The Hong Kong government shuts most remaining passenger border crossings. Of the 14 control points, this leaves only one overland link with Shenzhen, namely Shenzhen Bay. The other main one is the airport. The other two are the little-used Zhuhai Bridge and the usually empty Cruise Terminal.
While this doesn’t hermetically seal the city off from the Mainland, it does funnel travellers through a couple of points where they can be (we assume) subjected to thorough inspection. Shutting down the huge crossings at Lo Wu and Lok Ma Chau is a major step.
Chief Executive Carrie Lam stoutly denies that the U-turn has anything to do with naughty hospital workers pointing a gun at her head, and further insists that she has Hong Kong’s interests at heart. Sure.
Question: What has had a massive impact on Hong Kong recently but, being 0.1-0.2 microns in size, can be viewed only with an electron microscope? Correct – the government’s credibility.
(Is it just me, or is the official announcement (top link) noticeably lacking in the usual whiny, shrill and defensive finger-pointing? Almost as if someone is learning to be grown up and swallow their pride. Or maybe the regular scribe is off sick.)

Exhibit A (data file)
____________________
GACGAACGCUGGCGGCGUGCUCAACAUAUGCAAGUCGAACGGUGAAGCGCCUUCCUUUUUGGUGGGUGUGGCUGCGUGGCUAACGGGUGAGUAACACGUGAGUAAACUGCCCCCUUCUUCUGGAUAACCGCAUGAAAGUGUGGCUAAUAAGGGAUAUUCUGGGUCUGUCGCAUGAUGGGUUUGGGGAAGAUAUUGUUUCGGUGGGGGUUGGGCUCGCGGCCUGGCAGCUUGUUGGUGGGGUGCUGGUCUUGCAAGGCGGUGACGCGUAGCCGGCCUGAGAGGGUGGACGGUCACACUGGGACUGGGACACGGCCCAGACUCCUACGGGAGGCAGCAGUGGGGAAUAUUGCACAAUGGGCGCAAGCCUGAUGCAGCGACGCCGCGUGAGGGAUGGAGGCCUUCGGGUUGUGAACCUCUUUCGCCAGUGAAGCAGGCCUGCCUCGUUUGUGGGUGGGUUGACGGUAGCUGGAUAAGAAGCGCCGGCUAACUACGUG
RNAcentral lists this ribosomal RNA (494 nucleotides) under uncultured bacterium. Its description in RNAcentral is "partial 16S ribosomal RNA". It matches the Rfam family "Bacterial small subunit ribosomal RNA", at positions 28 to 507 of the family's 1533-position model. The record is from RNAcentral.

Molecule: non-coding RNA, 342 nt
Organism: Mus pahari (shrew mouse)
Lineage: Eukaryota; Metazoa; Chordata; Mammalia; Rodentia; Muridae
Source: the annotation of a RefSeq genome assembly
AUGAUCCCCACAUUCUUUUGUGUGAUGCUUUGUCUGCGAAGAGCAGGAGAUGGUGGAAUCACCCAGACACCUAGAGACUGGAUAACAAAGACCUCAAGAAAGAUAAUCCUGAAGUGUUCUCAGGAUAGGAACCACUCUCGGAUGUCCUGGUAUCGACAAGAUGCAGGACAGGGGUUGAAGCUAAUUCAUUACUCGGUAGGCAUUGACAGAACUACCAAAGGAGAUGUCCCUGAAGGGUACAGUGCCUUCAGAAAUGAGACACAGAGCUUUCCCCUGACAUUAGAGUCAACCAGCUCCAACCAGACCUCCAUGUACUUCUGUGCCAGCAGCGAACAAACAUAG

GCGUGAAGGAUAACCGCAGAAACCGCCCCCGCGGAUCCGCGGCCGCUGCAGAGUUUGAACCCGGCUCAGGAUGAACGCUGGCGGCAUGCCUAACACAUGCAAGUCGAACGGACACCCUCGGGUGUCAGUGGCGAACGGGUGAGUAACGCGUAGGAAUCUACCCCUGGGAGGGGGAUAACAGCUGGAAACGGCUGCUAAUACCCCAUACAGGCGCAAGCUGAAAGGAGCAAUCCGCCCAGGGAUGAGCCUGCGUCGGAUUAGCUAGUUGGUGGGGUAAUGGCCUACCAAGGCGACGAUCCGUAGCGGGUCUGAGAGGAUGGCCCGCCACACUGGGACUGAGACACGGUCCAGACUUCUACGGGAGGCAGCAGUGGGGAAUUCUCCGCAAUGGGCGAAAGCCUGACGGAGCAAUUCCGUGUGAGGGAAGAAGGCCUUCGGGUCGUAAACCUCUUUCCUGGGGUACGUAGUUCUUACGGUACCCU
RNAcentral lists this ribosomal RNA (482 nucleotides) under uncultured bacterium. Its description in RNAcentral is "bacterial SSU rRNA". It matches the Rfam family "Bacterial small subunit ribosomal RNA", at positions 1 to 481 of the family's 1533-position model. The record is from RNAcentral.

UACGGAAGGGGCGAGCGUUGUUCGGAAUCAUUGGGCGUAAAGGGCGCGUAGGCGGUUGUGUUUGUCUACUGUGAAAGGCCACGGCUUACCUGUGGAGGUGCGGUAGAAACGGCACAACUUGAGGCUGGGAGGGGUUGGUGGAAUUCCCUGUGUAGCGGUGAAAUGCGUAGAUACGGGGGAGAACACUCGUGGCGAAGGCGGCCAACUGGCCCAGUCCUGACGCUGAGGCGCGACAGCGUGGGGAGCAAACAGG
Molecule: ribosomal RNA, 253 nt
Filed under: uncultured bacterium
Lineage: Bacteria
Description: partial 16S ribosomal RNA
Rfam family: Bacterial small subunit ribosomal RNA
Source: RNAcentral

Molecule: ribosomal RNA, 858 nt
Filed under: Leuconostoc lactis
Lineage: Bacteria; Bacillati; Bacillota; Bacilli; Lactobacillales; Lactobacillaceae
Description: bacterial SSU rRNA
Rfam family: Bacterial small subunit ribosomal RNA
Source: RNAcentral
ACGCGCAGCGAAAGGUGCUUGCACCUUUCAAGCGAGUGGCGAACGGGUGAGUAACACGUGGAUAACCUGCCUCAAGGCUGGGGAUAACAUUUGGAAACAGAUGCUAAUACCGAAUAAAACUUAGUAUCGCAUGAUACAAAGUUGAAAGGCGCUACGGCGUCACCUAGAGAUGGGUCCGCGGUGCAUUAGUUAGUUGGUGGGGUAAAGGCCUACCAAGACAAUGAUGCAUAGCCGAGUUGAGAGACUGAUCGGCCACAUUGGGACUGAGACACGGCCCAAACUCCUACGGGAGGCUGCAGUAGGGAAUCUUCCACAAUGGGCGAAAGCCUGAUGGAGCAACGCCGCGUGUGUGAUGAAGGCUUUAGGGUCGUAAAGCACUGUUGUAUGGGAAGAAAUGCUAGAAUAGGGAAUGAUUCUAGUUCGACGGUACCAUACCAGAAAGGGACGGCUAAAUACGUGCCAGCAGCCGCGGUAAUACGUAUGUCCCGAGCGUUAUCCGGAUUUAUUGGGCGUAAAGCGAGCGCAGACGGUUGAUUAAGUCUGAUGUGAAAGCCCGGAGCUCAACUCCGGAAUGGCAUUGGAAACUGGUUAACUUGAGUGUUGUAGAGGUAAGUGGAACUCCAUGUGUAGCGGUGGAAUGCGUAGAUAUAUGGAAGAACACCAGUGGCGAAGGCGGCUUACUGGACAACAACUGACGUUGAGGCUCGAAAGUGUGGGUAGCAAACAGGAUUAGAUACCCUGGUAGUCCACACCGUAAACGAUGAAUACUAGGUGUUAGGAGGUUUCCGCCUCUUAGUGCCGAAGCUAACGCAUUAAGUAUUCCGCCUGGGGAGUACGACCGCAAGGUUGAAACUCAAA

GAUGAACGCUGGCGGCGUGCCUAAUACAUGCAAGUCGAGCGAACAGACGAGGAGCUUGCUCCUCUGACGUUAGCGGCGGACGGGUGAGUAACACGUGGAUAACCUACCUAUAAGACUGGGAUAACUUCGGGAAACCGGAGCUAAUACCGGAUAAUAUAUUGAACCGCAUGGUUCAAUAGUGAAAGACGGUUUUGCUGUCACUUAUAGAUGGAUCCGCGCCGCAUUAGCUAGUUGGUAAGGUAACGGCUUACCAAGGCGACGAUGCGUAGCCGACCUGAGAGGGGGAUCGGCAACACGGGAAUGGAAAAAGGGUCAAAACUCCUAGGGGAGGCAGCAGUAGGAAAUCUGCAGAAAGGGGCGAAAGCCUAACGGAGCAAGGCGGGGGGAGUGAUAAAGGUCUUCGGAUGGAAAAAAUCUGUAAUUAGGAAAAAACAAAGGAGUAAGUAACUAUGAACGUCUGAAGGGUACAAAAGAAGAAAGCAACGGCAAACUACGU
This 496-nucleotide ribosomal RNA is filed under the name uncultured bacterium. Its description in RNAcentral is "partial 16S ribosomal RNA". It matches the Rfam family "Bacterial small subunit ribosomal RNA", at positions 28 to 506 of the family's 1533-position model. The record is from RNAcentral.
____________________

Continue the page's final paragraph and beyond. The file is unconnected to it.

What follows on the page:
Possibly jumping the gun – but the impression I’m getting is that WuFlu is more flu than Black Death, and the immediate health scare is going to start subsiding before long. In which case, our battered and bruised local leadership must go back to all that unfinished business. Former Governor Chris Patten offers some pointed reminders of the messes that need to be sorted out (video, more quotes and pithy responses here). (Update: whoops.)
Meanwhile, let’s enjoy the delightfully empty streets while they last. For those employed in traditional local sweatshops, work continues much as normal, maybe with a free bag of face masks thrown in. But lots of people at reputable, serious-sounding international companies are ‘working from home’, and expect to do so for at least another week or more. Which makes me wonder: why do these firms rent huge expensive offices, if their staff can get so much done by email and conference call (and these companies do seem to be conducting business as usual) on their sofas in their apartments?